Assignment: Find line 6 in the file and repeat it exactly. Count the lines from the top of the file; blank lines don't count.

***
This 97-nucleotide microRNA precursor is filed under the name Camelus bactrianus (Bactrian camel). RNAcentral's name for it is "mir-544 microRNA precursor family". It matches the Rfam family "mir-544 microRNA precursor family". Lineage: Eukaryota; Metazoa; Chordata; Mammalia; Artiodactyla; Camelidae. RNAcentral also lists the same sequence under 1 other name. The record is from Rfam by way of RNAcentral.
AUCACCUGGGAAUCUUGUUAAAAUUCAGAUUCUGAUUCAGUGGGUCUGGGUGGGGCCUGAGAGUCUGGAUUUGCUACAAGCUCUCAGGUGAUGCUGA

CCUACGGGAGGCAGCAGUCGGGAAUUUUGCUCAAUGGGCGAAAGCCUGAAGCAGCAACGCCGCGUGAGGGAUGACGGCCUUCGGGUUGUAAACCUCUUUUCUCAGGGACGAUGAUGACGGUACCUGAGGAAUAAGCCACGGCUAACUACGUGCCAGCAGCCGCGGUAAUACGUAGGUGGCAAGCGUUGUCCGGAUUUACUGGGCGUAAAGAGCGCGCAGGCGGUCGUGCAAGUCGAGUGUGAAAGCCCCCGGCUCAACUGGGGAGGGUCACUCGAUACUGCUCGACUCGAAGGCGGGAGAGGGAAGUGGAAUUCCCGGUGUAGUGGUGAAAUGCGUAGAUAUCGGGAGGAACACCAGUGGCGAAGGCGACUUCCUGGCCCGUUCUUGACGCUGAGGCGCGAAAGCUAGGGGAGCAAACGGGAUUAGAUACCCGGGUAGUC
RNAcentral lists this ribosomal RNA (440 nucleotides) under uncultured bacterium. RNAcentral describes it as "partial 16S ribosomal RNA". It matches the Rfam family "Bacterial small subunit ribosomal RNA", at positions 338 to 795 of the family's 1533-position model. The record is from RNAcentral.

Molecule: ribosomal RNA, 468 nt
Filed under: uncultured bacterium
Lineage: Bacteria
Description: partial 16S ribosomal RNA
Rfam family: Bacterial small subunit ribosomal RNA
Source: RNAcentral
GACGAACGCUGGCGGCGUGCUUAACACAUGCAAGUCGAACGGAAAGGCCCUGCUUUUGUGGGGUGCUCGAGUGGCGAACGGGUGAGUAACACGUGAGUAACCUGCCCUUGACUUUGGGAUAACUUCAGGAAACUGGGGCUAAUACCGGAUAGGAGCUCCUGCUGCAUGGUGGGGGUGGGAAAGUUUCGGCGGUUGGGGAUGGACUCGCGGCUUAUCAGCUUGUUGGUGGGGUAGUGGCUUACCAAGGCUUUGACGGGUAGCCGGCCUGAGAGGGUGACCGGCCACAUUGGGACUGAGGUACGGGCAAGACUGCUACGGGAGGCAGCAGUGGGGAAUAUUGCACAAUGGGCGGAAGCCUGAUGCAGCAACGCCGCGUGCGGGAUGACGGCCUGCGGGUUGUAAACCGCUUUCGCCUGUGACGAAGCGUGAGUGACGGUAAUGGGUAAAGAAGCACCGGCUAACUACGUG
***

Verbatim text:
Filed under: uncultured bacterium